Some family and friends carers will be penalised for taking on the care of a child by the introduction of a cap for total benefit payments introduced by the Bill.  This would be unfair on people who have stepped in because of difficult family circumstances to keep vulnerable children out of care.  Family and friends carers often live in large households as a result of taking in children, with an estimated one in 10 living in households of five or more people, and so will be disproportionately affected by the benefit cap. Around six in 10 give up work or reduce their hours when children move in, because of the needs of the children they are looking after, and are often told to do so by social workers.  Particularly for large households where family and friends carers also have the own children still living at home, or take in several children, the cap will act as a disincentive for people to provide care and is likely to have the unintended consequence of more children being taking into care.

The supplementary regulations required to bring this exemption into force would need to be along the following lines:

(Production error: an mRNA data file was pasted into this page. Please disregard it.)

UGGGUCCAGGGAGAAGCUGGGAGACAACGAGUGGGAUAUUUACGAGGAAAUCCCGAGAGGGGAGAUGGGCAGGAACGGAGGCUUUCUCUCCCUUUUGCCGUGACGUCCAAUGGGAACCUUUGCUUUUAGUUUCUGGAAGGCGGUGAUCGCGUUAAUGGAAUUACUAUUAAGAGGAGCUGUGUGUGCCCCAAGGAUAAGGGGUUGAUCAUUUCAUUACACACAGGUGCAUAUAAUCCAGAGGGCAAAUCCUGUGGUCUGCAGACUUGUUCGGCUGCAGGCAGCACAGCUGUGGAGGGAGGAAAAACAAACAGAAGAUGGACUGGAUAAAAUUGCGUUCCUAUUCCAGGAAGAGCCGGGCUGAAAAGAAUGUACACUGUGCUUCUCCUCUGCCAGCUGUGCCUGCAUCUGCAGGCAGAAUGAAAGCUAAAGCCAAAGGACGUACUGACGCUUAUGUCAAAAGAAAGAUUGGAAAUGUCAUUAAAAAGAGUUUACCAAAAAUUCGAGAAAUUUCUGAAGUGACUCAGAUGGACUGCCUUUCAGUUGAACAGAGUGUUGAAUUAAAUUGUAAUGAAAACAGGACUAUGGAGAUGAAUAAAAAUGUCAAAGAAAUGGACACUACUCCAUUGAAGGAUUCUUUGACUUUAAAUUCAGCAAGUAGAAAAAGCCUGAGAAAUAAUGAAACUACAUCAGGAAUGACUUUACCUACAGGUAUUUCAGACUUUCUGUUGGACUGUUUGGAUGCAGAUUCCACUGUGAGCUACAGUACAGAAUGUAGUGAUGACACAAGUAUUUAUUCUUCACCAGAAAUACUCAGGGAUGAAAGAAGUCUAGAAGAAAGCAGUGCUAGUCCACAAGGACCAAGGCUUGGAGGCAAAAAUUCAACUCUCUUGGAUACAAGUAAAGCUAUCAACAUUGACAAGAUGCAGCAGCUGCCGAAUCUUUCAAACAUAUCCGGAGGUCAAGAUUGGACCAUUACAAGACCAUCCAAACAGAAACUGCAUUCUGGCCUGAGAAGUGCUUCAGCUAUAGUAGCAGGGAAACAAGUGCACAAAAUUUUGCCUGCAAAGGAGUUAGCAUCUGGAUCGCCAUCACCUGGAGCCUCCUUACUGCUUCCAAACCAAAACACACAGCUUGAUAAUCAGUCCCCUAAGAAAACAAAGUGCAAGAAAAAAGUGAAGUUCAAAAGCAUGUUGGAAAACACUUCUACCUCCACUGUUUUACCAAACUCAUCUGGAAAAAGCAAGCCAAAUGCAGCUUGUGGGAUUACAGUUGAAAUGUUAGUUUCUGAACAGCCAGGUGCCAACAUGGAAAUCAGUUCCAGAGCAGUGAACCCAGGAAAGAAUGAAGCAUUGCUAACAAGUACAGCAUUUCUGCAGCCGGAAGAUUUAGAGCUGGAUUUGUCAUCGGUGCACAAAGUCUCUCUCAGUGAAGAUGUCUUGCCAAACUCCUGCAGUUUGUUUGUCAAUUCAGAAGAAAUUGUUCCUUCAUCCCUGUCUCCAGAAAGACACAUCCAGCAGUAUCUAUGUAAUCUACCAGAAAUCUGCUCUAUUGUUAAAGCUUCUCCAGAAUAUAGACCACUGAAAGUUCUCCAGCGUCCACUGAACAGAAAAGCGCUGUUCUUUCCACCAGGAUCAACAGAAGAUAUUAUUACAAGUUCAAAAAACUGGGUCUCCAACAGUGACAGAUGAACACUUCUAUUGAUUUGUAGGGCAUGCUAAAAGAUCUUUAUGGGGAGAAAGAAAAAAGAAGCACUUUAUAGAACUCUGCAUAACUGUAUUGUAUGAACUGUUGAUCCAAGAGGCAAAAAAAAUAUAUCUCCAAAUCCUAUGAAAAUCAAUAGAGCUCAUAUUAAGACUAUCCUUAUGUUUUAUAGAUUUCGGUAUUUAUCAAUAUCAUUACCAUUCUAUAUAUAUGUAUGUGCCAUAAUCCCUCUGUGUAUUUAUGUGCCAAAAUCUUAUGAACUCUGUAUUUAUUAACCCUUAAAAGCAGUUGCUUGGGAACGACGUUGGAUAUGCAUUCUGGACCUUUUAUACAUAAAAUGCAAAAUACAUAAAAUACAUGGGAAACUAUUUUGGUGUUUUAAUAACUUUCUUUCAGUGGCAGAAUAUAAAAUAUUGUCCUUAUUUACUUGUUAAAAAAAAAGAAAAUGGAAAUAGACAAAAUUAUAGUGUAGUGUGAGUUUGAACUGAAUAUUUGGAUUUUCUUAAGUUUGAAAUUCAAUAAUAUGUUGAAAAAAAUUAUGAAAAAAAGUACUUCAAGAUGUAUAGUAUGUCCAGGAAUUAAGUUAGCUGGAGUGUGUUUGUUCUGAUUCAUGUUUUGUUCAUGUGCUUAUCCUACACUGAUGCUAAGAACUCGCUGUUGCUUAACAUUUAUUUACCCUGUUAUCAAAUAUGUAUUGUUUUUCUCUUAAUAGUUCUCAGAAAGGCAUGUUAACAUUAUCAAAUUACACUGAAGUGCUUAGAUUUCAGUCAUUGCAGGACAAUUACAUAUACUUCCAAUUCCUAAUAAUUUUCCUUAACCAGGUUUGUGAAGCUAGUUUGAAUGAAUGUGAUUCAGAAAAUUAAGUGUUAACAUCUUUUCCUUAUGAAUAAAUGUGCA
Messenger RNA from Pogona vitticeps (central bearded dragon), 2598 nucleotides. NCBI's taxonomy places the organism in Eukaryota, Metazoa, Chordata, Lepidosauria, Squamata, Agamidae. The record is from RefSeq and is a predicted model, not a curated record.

Family and friends carers will be exempt from the benefit cap:

( i) Where the child comes to live with the carer as a result of plans made within a section 47 Children Act 1989 child protection enquiry; or

(ii) Where a child comes to live with the carer following a section 37 Children Act 1989 investigation;

(iii) Where a carer has secured a Residence Order or Special Guardianship Order to avoid a child being looked after, and there is professional evidence of the impairment of the parents’ ability to care for the child; and/or

(iv) Where the carer has a Residence Order or Special Guardianship Order arising out of care proceedings; or

(v) Where the carer has a Residence Order, Special Guardianship Order following the accommodation of a child’; or

(vi) Where the carer has a Residence Order or Special Guardianship Order following the death or serious illness of a parent.